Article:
Bangladesh is bearing the economic burden of supporting the displaced Rohingya community, with international assistance urgently needed, writes Kazi Jamshed.
AS OF JULY 2021, only $366 million of the total required – around $1 billion – humanitarian assistance fund for the Rohingyas has been disbursed. The disbursement has declined to 34 per cent, which used to be within the range between 72 to 75 per cent of the total required funds in the first three years of the Rohingya influx since 2017. This downward trend in foreign donations raises a question — has the world forgotten the plight of the Rohingyas?
The year 2021 marks the fourth anniversary of the military-backed inhumane “clearance operation” followed by a massive exodus of hundreds of thousands of Rohingyas that the United Nations Human Rights Council (UNHRC) dubbed as a ‘textbook example of ethnic cleansing’.
While the rest of the world had turned blind eye to Rohingyas, Bangladesh generously extended temporary shelter to them. These stateless people have equal rights to lead a dignified life and build a stable future in Rakhine like everyone else which can be guaranteed only if the world communities express solidarity with them. Stable funding commitment from long-standing donors is a prerequisite for food security, safe water, healthcare and non-food items for 1.1 million Rohingyas.
The ultimate sustainable solution – safe and sustainable repatriation – seems a distant reality now, even after signing two repatriation agreements, due to Myanmar’s unwillingness to create conducive conditions. Until repatriation becomes possible, the world must stand by one of the largest refugee-hosting countries, Bangladesh, to uphold the dignity of the “most persecuted minority” of our time.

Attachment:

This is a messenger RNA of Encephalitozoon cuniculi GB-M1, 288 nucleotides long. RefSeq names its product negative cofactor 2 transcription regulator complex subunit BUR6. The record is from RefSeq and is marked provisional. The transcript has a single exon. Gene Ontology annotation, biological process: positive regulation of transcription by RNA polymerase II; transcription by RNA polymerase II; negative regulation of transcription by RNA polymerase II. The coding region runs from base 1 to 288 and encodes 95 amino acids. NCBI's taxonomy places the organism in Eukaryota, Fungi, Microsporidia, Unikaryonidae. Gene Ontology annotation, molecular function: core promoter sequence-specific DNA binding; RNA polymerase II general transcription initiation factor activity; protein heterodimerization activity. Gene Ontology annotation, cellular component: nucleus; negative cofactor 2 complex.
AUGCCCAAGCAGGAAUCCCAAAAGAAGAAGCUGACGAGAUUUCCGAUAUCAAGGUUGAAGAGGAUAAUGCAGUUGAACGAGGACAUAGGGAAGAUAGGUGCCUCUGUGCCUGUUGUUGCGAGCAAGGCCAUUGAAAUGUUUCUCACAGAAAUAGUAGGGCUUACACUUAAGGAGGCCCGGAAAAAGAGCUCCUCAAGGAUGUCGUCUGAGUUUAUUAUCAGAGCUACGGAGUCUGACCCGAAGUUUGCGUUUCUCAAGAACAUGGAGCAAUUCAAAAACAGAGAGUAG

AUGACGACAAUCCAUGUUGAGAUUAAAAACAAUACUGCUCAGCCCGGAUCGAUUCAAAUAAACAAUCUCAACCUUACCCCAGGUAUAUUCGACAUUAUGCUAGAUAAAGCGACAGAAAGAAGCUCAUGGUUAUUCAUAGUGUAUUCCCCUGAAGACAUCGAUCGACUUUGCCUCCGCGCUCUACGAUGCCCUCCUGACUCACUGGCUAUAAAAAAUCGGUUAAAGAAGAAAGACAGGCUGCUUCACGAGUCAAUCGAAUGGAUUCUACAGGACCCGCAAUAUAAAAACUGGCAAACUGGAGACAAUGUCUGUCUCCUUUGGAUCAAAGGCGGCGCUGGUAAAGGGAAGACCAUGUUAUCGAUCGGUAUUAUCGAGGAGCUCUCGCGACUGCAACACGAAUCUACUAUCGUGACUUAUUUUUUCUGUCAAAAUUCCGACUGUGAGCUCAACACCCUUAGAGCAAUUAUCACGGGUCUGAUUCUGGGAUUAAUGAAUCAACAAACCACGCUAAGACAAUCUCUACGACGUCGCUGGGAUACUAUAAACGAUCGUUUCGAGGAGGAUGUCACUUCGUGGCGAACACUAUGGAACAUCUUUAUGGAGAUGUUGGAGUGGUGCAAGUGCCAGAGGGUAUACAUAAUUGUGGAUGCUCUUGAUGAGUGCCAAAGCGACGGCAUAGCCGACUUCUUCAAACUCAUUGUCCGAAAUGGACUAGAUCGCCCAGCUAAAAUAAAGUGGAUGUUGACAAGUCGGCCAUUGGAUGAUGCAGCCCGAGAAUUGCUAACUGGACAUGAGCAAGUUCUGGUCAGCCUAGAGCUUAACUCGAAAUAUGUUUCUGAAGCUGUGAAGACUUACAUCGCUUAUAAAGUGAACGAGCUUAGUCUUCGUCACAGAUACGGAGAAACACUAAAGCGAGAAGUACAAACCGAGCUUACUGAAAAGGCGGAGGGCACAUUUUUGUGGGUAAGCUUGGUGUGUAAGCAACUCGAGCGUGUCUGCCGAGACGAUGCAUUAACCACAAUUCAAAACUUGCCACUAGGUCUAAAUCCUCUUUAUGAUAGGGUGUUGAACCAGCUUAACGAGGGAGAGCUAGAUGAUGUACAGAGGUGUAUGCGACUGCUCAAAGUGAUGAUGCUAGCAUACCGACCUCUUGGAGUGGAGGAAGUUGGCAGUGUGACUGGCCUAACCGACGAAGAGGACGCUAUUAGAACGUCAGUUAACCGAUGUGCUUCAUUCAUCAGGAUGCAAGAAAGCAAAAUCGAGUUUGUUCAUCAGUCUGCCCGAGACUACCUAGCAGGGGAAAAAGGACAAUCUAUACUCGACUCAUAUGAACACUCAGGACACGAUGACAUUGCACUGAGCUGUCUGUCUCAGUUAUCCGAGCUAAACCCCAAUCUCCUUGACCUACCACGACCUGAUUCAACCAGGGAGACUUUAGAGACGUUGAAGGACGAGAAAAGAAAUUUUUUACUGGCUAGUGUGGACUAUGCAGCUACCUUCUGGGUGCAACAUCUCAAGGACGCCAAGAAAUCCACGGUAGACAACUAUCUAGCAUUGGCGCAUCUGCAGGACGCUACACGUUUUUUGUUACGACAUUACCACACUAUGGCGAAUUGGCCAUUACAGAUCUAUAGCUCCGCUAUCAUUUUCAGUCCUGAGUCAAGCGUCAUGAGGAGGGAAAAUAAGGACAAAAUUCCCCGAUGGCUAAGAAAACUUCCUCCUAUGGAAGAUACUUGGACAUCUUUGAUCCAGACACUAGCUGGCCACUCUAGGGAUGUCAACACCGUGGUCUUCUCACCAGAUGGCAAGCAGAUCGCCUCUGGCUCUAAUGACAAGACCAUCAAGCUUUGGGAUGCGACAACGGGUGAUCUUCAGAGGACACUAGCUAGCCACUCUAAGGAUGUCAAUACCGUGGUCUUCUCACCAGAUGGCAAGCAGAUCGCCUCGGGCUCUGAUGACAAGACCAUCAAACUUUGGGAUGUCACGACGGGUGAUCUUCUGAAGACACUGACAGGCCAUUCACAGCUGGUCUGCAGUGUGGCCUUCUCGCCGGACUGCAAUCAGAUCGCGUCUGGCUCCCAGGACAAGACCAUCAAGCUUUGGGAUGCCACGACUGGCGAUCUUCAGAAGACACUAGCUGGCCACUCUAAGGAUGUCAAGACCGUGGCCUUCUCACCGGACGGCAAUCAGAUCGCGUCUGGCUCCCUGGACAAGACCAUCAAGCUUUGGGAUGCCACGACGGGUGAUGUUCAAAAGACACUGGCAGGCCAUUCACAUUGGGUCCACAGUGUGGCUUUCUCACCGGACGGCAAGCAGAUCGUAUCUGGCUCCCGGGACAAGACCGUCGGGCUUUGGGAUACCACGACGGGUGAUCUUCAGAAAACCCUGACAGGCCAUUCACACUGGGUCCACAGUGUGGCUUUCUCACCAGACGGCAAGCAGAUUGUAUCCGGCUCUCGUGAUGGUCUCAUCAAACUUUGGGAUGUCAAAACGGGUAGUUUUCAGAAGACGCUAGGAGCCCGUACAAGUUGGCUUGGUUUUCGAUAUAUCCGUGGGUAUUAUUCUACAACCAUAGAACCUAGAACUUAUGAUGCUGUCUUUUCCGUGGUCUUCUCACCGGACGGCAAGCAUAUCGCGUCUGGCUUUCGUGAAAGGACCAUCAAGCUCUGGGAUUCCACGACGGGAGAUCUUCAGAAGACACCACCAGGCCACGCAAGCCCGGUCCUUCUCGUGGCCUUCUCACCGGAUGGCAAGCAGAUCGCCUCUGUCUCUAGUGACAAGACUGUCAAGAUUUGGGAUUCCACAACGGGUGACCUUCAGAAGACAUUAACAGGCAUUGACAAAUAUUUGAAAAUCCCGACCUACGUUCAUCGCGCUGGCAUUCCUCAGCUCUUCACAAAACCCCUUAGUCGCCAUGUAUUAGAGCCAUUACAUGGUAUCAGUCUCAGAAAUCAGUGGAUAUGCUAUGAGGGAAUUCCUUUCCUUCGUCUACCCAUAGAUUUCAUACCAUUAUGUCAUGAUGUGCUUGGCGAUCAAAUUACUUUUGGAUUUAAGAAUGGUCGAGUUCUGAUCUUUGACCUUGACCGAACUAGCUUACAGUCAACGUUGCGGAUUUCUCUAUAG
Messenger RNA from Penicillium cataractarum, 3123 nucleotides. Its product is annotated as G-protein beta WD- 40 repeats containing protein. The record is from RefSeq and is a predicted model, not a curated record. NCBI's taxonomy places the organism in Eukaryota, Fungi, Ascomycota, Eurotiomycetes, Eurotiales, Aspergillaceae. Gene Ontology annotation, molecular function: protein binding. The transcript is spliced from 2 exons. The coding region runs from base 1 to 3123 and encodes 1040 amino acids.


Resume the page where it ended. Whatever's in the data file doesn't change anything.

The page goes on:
As one crisis competes with another, a newly-emerged crisis usually dissipates the global concentration with respect to funding and focus on the existing one, thereby worsening the former. Donors’ unwillingness to open purses as much as the crisis demands may further intensify the crisis. The foreign aid for Rohingyas has started declining after the onset of economic fallout triggered by COVID-19. Moreover, the Taliban’s takeover in Afghanistan had created a new humanitarian crisis by displacing millions of Afghans. This crisis has resulted in the significant slashing of foreign donations to Rohingyas by shifting the spotlight the on ongoing Afghan crisis.
Along with incurring social decadence and environmental degradation, Bangladesh is also bearing a substantial economic burden for supporting the persecuted Rohingyas. The Centre for Policy Dialogue (CPD), a Bangladeshi thinktank, reported that Bangladesh has to spend around $1.22 billion every year on Rohingya refugees, which will bump up with the growth of population, the rise of inflation and decreasing trend in foreign aid.
CPD also estimated that once repatriation starts, it will take 12 years if 300 Rohingyas are being repatriated every day, assuming current population growth remains constant. According to CPD, around $7 billion would be required to host and support the Rohingya refugees for the first five years without repatriation. It is next to impossible for a country like Bangladesh to afford this colossal expenditure as it relies heavily on external debt to meet its budget deficit.